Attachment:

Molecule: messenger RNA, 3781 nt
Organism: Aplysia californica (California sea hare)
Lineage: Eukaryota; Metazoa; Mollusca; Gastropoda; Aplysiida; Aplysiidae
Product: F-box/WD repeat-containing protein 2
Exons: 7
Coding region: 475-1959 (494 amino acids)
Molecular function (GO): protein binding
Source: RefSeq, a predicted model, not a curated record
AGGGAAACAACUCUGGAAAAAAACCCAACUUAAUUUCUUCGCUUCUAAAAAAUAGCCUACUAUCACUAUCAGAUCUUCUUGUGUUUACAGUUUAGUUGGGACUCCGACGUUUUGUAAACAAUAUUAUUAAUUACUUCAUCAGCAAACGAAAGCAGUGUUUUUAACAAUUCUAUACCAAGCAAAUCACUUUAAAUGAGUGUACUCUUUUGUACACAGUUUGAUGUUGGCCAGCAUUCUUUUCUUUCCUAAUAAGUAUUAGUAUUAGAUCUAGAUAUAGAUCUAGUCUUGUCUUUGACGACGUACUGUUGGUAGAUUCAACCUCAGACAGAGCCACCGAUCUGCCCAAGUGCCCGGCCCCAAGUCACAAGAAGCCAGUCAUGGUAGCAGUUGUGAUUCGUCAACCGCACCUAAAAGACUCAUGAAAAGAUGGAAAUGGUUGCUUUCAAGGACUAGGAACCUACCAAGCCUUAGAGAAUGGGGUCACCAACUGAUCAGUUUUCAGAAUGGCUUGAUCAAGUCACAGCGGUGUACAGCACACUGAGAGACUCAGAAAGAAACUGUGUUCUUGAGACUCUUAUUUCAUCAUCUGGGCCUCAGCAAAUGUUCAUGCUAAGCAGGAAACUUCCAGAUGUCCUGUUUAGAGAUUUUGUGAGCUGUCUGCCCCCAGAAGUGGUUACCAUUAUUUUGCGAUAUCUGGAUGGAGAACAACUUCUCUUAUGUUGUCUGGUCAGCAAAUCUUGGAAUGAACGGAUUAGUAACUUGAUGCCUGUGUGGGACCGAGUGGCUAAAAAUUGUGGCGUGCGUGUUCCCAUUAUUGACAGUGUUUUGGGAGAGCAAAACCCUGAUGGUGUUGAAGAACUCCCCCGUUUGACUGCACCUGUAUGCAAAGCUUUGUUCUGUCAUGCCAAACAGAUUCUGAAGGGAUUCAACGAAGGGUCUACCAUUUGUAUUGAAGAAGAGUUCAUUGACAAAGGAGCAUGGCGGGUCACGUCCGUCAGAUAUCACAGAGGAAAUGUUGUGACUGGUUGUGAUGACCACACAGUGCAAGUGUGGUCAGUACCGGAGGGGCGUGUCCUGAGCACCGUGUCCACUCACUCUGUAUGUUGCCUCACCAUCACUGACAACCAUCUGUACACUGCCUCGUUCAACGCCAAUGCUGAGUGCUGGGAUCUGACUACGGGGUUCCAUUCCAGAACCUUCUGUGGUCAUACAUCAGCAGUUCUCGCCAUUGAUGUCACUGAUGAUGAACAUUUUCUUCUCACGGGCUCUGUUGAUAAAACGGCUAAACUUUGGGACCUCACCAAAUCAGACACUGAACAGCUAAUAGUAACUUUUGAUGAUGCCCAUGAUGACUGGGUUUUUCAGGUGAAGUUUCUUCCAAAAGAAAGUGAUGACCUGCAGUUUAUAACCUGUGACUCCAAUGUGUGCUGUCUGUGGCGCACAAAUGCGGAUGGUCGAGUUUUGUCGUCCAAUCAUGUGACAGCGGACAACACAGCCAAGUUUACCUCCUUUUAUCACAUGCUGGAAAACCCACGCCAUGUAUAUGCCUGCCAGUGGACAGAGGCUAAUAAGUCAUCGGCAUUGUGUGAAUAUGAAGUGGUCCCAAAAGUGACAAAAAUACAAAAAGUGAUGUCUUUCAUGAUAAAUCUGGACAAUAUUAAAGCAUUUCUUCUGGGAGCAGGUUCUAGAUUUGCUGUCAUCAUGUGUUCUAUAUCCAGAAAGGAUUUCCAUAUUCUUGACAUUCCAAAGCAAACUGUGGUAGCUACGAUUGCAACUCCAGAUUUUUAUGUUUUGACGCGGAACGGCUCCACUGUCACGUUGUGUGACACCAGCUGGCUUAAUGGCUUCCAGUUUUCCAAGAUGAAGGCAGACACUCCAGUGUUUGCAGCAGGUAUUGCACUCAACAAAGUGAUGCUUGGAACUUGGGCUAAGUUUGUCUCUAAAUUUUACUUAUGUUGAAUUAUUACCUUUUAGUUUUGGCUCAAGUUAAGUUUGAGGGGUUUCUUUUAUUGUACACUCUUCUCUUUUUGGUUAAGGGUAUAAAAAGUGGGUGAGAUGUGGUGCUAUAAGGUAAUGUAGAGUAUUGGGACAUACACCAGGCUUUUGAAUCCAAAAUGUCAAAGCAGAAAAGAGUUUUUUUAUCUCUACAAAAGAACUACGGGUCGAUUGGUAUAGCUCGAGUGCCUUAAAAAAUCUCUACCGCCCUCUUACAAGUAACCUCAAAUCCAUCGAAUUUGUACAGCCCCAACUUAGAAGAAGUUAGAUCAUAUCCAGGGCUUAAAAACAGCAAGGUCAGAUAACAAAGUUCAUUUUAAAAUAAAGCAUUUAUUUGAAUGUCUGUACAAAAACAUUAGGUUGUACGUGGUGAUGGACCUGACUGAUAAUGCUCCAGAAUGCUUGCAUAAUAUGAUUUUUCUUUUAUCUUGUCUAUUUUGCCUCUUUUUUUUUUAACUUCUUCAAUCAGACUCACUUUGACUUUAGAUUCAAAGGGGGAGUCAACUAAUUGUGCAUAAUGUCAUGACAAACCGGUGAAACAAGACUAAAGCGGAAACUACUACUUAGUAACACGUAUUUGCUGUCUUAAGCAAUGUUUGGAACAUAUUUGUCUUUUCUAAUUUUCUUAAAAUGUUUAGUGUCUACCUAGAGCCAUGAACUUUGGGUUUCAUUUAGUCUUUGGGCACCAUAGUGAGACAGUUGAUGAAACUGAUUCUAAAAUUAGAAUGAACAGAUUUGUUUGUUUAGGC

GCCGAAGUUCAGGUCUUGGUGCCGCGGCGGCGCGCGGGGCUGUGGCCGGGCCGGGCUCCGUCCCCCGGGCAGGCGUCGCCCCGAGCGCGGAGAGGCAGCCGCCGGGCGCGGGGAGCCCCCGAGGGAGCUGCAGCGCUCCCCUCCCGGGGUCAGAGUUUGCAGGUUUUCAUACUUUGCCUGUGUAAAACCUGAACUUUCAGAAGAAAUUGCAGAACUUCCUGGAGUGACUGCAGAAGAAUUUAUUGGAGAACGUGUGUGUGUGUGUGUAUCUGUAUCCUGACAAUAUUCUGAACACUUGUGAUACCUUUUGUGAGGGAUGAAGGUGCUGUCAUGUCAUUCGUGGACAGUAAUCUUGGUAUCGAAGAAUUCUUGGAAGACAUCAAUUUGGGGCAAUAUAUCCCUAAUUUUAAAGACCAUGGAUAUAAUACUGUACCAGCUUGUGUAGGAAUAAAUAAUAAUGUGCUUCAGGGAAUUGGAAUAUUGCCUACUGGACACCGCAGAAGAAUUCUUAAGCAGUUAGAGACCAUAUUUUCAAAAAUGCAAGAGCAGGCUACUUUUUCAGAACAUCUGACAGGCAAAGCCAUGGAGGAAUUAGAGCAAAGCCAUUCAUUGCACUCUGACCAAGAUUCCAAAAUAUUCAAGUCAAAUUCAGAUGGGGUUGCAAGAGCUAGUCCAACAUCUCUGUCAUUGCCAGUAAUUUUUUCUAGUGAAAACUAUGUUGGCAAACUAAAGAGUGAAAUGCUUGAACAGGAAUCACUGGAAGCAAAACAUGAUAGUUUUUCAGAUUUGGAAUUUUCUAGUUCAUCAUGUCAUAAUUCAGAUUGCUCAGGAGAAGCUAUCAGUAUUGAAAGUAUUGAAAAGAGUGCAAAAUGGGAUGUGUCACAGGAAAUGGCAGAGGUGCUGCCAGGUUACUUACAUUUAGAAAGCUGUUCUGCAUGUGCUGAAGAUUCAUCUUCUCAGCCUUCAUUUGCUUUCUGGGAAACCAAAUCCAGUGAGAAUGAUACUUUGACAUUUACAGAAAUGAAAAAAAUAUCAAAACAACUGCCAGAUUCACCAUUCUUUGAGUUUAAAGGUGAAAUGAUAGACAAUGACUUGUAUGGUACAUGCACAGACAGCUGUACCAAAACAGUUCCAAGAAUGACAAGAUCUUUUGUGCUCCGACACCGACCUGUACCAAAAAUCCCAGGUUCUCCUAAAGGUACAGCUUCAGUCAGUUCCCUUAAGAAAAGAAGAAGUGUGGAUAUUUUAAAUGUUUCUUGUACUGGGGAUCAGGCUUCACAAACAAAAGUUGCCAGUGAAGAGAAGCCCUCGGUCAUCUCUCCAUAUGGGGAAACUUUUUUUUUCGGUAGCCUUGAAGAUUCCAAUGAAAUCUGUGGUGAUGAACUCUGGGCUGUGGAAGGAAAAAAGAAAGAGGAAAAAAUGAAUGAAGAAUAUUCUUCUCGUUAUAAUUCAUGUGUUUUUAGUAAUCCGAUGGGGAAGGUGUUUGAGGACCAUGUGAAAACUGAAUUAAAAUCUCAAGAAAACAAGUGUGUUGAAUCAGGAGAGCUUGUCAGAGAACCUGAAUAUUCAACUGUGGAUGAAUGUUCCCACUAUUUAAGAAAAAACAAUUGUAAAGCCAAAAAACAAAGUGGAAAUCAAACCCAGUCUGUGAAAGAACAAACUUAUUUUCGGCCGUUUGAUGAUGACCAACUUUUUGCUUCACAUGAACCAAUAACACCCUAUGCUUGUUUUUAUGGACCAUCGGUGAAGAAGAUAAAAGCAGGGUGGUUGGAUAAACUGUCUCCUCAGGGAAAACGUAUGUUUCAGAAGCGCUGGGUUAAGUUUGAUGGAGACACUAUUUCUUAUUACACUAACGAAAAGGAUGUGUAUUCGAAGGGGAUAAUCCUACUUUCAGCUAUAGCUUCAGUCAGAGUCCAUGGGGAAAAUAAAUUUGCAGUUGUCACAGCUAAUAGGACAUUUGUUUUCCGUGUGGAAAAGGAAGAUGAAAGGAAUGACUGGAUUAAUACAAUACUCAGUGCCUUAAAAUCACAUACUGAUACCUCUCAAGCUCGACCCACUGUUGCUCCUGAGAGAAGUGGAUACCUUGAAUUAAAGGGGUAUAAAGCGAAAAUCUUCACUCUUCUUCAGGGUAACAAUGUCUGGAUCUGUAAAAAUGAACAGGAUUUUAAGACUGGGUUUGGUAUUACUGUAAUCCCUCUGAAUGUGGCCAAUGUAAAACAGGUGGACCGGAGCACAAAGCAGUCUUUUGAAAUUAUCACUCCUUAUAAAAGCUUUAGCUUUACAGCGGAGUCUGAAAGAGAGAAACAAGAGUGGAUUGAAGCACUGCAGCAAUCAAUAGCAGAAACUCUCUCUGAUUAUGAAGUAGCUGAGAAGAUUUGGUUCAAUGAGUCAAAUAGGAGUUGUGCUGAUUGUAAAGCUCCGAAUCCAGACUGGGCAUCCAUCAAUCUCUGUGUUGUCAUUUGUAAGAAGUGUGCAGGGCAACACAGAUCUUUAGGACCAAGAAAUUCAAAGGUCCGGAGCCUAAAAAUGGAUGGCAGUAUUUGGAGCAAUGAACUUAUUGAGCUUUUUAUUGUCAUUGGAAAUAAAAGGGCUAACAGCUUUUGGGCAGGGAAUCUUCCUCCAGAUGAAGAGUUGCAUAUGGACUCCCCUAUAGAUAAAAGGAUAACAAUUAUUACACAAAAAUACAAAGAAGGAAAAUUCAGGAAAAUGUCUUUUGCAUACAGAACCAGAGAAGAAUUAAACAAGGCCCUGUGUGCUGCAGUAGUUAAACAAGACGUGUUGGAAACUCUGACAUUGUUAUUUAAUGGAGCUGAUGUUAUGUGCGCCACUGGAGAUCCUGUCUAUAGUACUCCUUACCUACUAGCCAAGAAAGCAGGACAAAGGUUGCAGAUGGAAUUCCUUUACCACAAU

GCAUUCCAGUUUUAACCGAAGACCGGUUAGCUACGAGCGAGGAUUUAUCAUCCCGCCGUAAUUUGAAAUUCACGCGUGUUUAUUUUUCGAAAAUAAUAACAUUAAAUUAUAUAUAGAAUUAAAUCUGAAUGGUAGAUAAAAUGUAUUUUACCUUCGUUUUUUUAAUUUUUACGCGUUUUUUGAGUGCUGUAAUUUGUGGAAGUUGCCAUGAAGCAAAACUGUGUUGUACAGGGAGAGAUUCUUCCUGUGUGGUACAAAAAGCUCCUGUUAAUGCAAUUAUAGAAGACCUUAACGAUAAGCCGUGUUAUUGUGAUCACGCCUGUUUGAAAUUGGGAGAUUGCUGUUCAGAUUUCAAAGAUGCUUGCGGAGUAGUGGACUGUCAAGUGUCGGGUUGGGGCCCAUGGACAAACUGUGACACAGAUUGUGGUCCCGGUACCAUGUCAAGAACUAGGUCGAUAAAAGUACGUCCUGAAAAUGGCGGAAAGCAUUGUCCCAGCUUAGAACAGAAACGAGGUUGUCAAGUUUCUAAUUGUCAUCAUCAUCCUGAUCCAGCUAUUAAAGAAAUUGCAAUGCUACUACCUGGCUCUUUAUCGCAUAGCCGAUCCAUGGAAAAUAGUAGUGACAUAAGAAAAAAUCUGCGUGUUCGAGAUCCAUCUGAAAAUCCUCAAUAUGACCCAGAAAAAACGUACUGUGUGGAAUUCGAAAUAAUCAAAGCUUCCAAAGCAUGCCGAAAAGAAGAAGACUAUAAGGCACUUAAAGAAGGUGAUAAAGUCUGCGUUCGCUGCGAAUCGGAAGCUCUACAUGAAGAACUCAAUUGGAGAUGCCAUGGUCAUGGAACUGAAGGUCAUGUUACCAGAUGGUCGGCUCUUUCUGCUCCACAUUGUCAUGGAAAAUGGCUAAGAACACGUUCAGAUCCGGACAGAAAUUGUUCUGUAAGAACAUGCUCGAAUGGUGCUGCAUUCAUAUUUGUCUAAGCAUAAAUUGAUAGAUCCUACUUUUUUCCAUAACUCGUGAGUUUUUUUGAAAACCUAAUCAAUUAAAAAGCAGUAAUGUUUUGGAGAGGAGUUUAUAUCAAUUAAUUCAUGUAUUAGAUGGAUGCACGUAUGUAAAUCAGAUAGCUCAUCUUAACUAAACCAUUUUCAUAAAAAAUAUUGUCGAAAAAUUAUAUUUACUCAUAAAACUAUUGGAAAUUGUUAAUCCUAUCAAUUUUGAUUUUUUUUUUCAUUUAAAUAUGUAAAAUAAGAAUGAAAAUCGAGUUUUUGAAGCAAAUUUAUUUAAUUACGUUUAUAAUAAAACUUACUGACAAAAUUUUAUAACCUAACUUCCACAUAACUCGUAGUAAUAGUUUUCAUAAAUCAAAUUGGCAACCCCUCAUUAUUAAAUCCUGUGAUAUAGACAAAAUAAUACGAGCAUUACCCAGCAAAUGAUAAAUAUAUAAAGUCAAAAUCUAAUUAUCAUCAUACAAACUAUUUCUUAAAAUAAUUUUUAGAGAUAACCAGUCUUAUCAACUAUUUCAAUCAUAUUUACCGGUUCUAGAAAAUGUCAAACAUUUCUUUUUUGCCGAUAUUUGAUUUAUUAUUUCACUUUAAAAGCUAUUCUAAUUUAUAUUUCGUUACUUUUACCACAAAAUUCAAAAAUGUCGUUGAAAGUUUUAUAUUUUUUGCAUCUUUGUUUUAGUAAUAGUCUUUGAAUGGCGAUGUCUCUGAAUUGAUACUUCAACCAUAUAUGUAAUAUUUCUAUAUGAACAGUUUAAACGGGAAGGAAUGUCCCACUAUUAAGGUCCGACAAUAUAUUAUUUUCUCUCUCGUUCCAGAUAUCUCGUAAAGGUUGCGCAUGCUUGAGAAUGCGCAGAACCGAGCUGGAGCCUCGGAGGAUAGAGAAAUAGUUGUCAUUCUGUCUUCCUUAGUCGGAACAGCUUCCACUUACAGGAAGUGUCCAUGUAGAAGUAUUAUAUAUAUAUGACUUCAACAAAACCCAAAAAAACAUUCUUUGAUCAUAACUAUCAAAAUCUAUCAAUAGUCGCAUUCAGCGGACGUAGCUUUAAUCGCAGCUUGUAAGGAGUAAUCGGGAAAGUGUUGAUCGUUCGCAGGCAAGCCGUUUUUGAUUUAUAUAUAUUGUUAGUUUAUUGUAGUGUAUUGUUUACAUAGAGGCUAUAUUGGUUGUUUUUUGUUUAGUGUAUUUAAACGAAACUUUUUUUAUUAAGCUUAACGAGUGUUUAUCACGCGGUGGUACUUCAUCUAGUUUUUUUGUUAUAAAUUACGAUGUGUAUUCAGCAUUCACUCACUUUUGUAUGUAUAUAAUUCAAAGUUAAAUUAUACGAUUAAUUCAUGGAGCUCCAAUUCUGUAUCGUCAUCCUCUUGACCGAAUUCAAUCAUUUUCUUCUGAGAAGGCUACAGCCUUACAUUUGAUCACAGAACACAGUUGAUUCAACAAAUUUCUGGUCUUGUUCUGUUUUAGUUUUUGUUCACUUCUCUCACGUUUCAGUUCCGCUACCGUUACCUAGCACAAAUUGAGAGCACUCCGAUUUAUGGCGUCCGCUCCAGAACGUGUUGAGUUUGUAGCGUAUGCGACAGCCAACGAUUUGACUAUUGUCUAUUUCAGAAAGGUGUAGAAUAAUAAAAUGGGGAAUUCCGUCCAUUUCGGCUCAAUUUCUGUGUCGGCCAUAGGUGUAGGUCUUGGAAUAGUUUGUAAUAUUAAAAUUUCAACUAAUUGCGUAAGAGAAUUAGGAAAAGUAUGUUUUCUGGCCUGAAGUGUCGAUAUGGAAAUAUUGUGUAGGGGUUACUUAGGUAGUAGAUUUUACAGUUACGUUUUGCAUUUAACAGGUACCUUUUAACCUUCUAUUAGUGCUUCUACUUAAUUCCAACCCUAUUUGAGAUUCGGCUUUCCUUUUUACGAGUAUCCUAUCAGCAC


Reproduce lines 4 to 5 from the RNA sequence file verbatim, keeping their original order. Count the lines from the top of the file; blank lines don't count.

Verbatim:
Product: F-box/WD repeat-containing protein 2
Exons: 7